Do You Really Need Protein Powder?

If you’ve ever stepped foot in a gym, you’ve probably been told that a healthy serving of protein is needed to make the most of a workout. That’s true, as protein does a lot for the body; it helps build muscle mass, aids in post-exercise recovery, burns body fat, and so much more. It’s also necessary for a healthy immune system. As a result of our ever-increasing health consciousness, protein powder (mostly in the form of protein shakes) has become a popular addition to people’s diets, with advertised benefits promising big muscle gains and reduced appetite. But does the average American just trying to stay fit truly need protein powder, even after a moderate workout? Science says: maybe not.

It Works

To clarify: yes, protein powder does work. A 2017 meta-analysis published in the British Journal of Sports Medicine–the biggest of its kind–found that in 49 randomized controlled trials involving 2,000 participants, protein powder did indeed improve the muscle mass of experimental groups who were given the supplement, compared to those who didn’t. Both the control and experimental groups had the same exercise routine and roughly the same diet, so the results were pretty conclusive. 

But … 

…there’s a catch to protein powder use. Researchers found that the “benefit of protein supplementation plateaued after a total daily intake of 1.6 grams of protein per kilo, per day.” And if you’re the average American who eats both meat and plant products, chances are that you already get most of your protein intake through your diet. 

According to dietitians, the recommended daily protein intake is 0.8 grams per kilogram of weight. Weighing 150 pounds, for instance, translates to 55 grams of protein needed daily. The average American consumes about 65-90 grams of protein a day. Sure, downing a protein shake won’t hurt you, but it’s pretty unnecessary in terms of providing a significant nutritional boost. Plus, pure protein is only a small part of a balanced diet. Consuming pure protein may even lead to an overdose in overzealous consumers–and that can lead to dehydration, kidney damage, or even worse.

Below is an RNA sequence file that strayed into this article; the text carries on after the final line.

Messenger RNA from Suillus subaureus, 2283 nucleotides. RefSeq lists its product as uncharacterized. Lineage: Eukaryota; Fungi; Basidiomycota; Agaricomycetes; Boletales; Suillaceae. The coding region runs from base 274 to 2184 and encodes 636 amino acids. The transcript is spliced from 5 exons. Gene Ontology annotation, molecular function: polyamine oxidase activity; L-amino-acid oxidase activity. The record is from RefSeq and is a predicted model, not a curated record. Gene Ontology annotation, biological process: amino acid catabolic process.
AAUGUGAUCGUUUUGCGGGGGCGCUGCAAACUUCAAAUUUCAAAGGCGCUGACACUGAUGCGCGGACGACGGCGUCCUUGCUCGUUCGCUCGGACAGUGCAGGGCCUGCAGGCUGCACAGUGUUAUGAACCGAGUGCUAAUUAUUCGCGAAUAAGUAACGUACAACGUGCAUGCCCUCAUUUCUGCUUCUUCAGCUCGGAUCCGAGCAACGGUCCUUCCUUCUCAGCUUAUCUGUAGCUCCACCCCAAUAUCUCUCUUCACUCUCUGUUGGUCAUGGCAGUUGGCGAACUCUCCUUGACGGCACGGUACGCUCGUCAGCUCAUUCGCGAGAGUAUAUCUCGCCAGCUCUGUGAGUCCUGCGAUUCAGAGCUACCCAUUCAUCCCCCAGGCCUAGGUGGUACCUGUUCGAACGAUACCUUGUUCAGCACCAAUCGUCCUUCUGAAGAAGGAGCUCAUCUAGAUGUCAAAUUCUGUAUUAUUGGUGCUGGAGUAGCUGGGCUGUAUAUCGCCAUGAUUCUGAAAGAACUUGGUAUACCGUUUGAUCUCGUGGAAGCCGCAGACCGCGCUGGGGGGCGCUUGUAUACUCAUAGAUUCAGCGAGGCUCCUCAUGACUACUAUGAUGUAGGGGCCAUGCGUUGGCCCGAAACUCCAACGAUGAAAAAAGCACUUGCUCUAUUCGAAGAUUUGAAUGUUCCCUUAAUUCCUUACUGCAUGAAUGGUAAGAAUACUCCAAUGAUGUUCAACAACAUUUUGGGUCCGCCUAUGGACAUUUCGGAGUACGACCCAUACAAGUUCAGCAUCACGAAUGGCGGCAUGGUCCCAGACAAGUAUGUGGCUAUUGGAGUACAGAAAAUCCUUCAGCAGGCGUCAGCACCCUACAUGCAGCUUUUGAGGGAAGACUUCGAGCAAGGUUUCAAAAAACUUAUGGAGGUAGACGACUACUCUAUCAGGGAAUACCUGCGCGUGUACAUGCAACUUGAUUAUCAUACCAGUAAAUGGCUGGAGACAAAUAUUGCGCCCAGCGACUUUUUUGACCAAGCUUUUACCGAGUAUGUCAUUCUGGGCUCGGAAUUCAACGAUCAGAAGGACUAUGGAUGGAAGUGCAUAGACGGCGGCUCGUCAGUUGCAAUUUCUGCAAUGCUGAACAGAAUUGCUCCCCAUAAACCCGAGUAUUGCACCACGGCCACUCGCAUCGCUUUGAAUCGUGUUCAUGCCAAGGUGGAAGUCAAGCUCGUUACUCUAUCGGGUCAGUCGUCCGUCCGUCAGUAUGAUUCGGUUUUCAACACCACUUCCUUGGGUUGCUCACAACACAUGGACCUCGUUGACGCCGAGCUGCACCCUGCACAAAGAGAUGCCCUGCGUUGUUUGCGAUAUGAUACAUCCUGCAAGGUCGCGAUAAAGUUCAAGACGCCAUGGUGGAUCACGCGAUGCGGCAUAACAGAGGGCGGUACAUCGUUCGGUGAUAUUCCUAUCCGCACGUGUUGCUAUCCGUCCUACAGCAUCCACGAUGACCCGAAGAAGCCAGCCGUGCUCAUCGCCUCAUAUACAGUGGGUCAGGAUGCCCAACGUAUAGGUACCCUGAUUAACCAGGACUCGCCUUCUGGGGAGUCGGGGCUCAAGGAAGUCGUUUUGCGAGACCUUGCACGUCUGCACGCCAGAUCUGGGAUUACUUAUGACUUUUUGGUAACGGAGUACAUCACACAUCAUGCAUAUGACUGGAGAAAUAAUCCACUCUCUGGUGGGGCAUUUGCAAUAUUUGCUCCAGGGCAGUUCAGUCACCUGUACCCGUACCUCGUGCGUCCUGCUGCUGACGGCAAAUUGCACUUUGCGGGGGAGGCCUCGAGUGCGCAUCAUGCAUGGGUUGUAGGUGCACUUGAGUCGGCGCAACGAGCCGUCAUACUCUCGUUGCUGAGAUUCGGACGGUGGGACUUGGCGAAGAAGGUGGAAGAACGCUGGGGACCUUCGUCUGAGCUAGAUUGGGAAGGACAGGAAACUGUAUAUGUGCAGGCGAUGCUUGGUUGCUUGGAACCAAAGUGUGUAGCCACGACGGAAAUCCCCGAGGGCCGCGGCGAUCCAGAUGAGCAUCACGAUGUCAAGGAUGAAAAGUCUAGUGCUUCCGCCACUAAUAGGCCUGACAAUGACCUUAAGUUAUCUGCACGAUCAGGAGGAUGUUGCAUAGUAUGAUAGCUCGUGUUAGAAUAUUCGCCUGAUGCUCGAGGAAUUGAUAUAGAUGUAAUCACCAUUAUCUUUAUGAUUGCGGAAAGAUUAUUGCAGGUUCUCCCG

Oh, and that 2017 study? While protein powder did improve the muscle gains of the experimental groups, it only did so by 9%. Diet and a regular exercise routine were named as the most significant factor in reported gains by the participants. 


While we’ve established that protein powder probably won’t do much for the average American (aside from being a convenient replacement for a snack), it can still greatly benefit certain groups such as athletes who are training more than usual, vegans who need more protein than their diet can give, people recovering from injuries, and those who can’t cook often.

As always, before trying any new supplement, consult with your doctor to see what is right for you.


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